How did the fourth-largest city in France become the aviation capital of Europe?
March 14, 2005
In January 2005, Toulouse-based Airbus welcomed the German, French, Spanish and British heads of state along with 5,000 other guests to celebrate the unveiling of the largest passenger aircraft in the world, the Airbus A380.
Why is Airbus — Boeing's global competitor — based in Toulouse? A key part of the explanation is that Toulouse has a long history of aviation.
It all began in 1917, when the French government installed the aeronautics firm, Latécoère, here in southwestern France. Far away from everything, Toulouse proved to be strategically ideal for the French aviation industry.
After World War II, Toulouse continued to be a privileged spot for aviation — and later, aerospace — research. Gradually, Toulouse became a hub of aviation for Europe as well, when Airbus established its headquarters here in 1974.
Despite its scientific and technological infrastructure, Toulouse has preserved its regional capital feel. When I first arrived in Toulouse as a student in 1999, Toulouse really felt like a small town.
It was tucked away in the Midi-Pyrenees region, closer to Barcelona than to Paris. It was not easily accessible by train, surrounded by acres and acres of vineyards to the North and to the East — and bordered by the imposing Pyrenees Mountains to the South and to the West.
I was charmed by the dilapidated buildings of downtown, the windy, cobblestone streets, the dark and smoky Spanish-style "bodegas" and rugby.
And then there was the beautiful Canal du Midi, a 17th-century canal that stretches from Béziers, on the Mediterranean coast, to Toulouse, connecting the Atlantic to the Mediterranean via the Garonne river.
I reveled in Toulouse's beautiful redbrick architecture, warm, summer sunshine, cassoulet, foie gras and the occasional rugby game.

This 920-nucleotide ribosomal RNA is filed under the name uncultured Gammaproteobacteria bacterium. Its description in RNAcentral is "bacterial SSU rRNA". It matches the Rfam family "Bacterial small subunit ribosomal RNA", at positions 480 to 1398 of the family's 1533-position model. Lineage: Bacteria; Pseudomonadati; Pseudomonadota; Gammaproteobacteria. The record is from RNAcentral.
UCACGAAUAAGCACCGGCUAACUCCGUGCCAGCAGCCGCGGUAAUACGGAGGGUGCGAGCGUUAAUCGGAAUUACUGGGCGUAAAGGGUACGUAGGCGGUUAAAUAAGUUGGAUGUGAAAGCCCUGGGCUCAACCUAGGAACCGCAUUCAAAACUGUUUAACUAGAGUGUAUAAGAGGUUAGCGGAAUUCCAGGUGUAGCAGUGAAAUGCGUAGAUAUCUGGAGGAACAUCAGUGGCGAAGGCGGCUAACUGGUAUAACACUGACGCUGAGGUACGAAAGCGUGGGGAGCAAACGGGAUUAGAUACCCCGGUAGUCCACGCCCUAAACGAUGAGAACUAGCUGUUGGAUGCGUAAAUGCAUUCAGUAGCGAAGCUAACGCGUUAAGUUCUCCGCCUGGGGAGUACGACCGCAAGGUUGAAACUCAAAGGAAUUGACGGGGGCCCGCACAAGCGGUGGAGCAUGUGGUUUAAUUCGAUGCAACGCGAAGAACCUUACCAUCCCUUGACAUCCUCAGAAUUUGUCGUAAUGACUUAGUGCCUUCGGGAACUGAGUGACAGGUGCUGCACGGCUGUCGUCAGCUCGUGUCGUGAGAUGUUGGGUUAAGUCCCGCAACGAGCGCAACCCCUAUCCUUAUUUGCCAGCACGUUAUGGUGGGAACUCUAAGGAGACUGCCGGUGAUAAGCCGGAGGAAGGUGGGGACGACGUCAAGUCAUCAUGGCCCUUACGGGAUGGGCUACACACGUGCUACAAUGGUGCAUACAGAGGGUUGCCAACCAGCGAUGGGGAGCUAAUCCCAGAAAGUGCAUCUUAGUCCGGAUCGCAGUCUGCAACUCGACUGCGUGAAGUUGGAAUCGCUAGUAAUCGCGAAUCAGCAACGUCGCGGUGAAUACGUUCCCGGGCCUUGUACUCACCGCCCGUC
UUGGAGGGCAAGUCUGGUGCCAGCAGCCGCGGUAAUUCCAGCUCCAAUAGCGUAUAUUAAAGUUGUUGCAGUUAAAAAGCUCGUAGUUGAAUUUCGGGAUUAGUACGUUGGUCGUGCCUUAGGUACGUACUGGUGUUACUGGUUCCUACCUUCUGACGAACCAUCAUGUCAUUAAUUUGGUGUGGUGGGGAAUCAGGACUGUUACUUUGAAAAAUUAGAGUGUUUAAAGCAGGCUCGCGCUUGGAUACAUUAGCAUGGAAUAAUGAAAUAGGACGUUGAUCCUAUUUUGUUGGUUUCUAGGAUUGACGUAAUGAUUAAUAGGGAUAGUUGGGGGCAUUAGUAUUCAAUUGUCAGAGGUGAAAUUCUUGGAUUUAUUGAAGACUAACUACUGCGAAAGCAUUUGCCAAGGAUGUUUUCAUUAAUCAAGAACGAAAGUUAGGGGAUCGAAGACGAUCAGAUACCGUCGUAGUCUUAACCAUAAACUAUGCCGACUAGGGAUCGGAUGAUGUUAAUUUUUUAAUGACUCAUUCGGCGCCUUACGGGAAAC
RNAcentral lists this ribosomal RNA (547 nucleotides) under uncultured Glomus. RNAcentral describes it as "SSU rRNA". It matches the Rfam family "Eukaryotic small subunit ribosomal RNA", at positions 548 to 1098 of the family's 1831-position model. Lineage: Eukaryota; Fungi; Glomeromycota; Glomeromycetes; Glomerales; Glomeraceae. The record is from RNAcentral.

After all, far from the hustle and bustle of Paris, Toulouse seemed like a world apart.
A carefree student, I was not even aware that Airbus was headquartered in Toulouse. To me, Toulouse seemed far away from anything that had to do with European industry.
And yet, despite Toulouse's image as a sleepy, regional center, things began to change. Toulouse was making headlines in the French press as a great place to live, a good alternative to fast-paced life in the French capital. Already the fourth-largest city in France, it was also one of the fastest growing.
And in December 1999, a U.S. Consulate opened just a few streets from where I lived — foreshadowing, perhaps, that the city was about to take make its move on the global economic map.
But what really pushed Toulouse ahead was the announcement in December 2000 that Airbus would build the "A3XX", the largest commercial airplane in the history of civil aviation.
Designed to accommodate a whopping 555 passengers, Airbus's "A3XX" (later to be called the A380) would be assembled near Airbus headquarters. Suddenly, Toulouse was in the news.
I was living in the United States at the time — and followed the stories in the press with surprise and wonder. I heard that Jean-Luc Lagardère plant, where the "A3XX" would be assembled, was being built on the Aéroconstellation industrial site, just northeast of Toulouse's Blagnac airport.